Example 5: Dealer sells five trucks to a dishonest and uninsured wholesaler with the data plates attached. The wholesaler makes one truck out of the parts and sells to a retail customer. An employee of customer is injured. Dealer may be liable.

 

Selling Used Equipment with Written Warranty Makes a Difference
The Uniform Commercial Code (UCC) adds to every sale of goods an implied warranty of merchantability (certifies that the goods are fit to sell) and a warranty for fitness for a particular purpose. Warranty arises when the seller knows the particular purpose for which the buyer intends to use the goods, and the buyer relies on the seller’s judgment.

The prevailing view by a small margin is that a seller of used equipment may not be held strictly liable, but will be required to exercise reasonable care.

The UCC also provides remedies to buyers such as incidental and consequential damages. The UCC does allow the seller to disclaim implied warranties and limit buyer’s remedies through a written warranty. Dealers should take advantage of the UCC and provide retail customers with a written warranty with proper disclaimers and limitations. If a written warranty is provided, the language should be scrutinized to insure that there are no express warranties regarding safety.

Example 6: Dealer sells used truck without a written warranty. Truck malfunctions two months after the sale and shuts down customer’s entire facility. Dealer may be liable for the repair of truck. Dealer may be liable for the consequential damages of the malfunctioning truck, including the customer’s expenses and lost profits caused by the shut down. Example 7: Same facts as example 6, except dealer sells truck with a written warranty with proper limitation and disclaimer language. Dealer may not be liable for the repair of the truck. Dealer may not be liable for the consequential damages caused by the malfunctioning truck.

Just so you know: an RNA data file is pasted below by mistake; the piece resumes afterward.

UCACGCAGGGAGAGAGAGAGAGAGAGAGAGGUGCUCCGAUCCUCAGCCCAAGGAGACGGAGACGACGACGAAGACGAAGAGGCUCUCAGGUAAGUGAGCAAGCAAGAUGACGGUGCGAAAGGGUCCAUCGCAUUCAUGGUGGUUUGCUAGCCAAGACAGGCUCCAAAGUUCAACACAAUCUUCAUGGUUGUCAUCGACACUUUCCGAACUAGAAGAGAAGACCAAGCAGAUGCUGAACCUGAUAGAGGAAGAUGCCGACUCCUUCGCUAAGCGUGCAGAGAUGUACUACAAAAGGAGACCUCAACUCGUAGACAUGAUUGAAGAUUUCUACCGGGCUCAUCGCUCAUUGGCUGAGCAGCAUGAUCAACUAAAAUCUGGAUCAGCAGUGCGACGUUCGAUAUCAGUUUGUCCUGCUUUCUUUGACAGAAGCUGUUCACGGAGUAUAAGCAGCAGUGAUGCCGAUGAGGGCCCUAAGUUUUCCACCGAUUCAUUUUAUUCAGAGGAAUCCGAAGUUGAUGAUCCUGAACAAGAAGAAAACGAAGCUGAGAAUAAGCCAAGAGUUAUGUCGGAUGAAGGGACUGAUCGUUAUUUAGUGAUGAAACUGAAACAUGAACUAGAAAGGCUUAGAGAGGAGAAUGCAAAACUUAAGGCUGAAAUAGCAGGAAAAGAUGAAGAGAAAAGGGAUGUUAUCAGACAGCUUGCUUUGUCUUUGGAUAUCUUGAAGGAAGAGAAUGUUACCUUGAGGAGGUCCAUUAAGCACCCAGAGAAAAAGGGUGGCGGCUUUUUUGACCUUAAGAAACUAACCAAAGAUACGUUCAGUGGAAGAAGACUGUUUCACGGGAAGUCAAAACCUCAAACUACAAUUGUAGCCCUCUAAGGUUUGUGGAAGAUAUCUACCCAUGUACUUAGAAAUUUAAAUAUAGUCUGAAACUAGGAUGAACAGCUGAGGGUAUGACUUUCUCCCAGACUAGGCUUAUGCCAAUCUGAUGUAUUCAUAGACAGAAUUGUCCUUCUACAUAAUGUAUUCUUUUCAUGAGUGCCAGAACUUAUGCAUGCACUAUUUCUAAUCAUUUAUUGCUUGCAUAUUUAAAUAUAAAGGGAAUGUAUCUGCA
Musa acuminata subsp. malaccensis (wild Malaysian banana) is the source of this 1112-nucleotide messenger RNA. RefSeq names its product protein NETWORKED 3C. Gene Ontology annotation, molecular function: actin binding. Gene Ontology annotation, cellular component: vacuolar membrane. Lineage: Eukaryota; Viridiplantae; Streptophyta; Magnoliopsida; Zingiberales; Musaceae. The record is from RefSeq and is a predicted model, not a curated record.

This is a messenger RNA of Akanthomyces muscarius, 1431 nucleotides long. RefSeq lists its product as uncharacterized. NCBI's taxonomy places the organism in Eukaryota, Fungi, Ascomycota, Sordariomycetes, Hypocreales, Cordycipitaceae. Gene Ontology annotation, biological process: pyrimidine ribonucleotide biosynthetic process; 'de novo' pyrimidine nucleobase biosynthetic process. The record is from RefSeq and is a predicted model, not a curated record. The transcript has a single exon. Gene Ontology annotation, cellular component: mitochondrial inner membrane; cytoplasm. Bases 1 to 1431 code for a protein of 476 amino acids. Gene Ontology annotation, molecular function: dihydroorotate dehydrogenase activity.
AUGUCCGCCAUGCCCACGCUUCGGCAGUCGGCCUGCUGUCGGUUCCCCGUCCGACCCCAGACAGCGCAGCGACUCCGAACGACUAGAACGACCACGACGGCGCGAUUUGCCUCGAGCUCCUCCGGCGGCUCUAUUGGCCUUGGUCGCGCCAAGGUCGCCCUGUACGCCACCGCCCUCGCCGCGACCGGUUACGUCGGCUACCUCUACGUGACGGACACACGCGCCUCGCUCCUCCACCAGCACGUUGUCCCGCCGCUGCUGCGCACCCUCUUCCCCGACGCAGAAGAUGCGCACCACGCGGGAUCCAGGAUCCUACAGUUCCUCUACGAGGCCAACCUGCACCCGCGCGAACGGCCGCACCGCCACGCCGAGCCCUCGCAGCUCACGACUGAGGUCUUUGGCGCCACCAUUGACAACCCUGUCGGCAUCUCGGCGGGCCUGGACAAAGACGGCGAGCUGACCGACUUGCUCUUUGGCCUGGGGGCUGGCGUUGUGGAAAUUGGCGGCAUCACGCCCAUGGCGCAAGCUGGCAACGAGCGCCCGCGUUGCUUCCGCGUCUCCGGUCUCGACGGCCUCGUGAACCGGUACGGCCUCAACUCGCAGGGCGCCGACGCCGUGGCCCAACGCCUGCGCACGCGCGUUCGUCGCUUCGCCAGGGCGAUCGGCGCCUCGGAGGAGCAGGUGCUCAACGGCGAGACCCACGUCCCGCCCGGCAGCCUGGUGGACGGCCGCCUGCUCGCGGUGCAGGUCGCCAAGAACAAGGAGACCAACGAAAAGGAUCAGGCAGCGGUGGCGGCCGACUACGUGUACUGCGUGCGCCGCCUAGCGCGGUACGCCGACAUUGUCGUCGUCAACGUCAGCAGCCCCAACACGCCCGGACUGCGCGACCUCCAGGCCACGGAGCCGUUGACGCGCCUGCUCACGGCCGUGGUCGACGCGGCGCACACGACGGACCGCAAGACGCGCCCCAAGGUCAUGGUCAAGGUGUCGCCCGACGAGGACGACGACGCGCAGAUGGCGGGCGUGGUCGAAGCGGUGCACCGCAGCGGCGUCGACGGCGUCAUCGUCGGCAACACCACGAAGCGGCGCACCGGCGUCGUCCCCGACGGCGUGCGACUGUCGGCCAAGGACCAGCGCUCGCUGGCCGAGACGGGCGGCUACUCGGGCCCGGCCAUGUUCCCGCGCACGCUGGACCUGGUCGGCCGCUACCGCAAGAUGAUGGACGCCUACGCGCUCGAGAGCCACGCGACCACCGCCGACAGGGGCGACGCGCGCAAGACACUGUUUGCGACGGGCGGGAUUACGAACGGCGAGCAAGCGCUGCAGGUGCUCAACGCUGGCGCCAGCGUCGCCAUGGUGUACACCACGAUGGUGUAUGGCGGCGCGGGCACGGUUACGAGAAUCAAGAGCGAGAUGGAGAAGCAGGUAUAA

Example 8: Dealer sells used truck with a written warranty that says in part, “Carefully inspected by our service technicians to assure safe and reliable operation.” Dealer has made an express warranty that the truck is safe.

 

Where You Sell Used Equipment Makes a Difference
While a few dealers may thoroughly examine their used equipment, ensure it has been serviced and updated according to the manufacturer’s maintenance instructions, and provide a written warranty, most do not. Most dealers rely on “As Is” for protection. The law is clear that disclaimers, limitations and exculpatory clauses (“As Is”) are not valid in the sale of new equipment.

States have agonized over the question of whether to hold sellers of used equipment to the same legal standards as distributors of new equipment. The prevailing view by a small margin is that a seller of used equipment may not be held strictly liable, but will be required to exercise reasonable care. Therefore, in a majority of states “As Is” sales will be considered relevant but not conclusive in limiting seller’s liability. In those states that hold a used equipment seller strictly liable, an “As Is” sale is simply not valid. The rationale used by these states is such:

  1. The dealer, by marketing his equipment, has assumed a special responsibility to the public, who may be injured by it.
  2. Certain losses are better distributed in our society not on the basis of fault, but rather with regard to the ability to pay.
  3. This rule deters the sale of defective equipment, and thus saves lives.
  4. The doctrine of caveat emptor (Buyer Beware) makes no sense when the injury occurs to a third party or bystander injured by a defective used product.
Example 9: Dealer sells a used truck “As Is” in California to a retail customer without any brakes. Employee of customer hurts a bystander with truck because of no brakes. Bystander sues dealer. Dealer may not be liable. Example 10: Same facts as example 9, except sale of used truck takes place in Connecticut. Dealer may be liable.

 Protect Yourself from Liability
The best approach to protect your material handling dealership from liability is to develop a checklist of safety requirements and a procedure to scrupulously follow those requirements during the sale of used equipment. The dealer should document the sale with a written warranty and not always rely on “As Is” to protect himself from the vulgarities of the judicial system.

Material Handling Equipment Distributors Association
David C. Field Meet the Author
David C. Field is president of Product Liability Solutions, LLC in Lexington, Kentucky.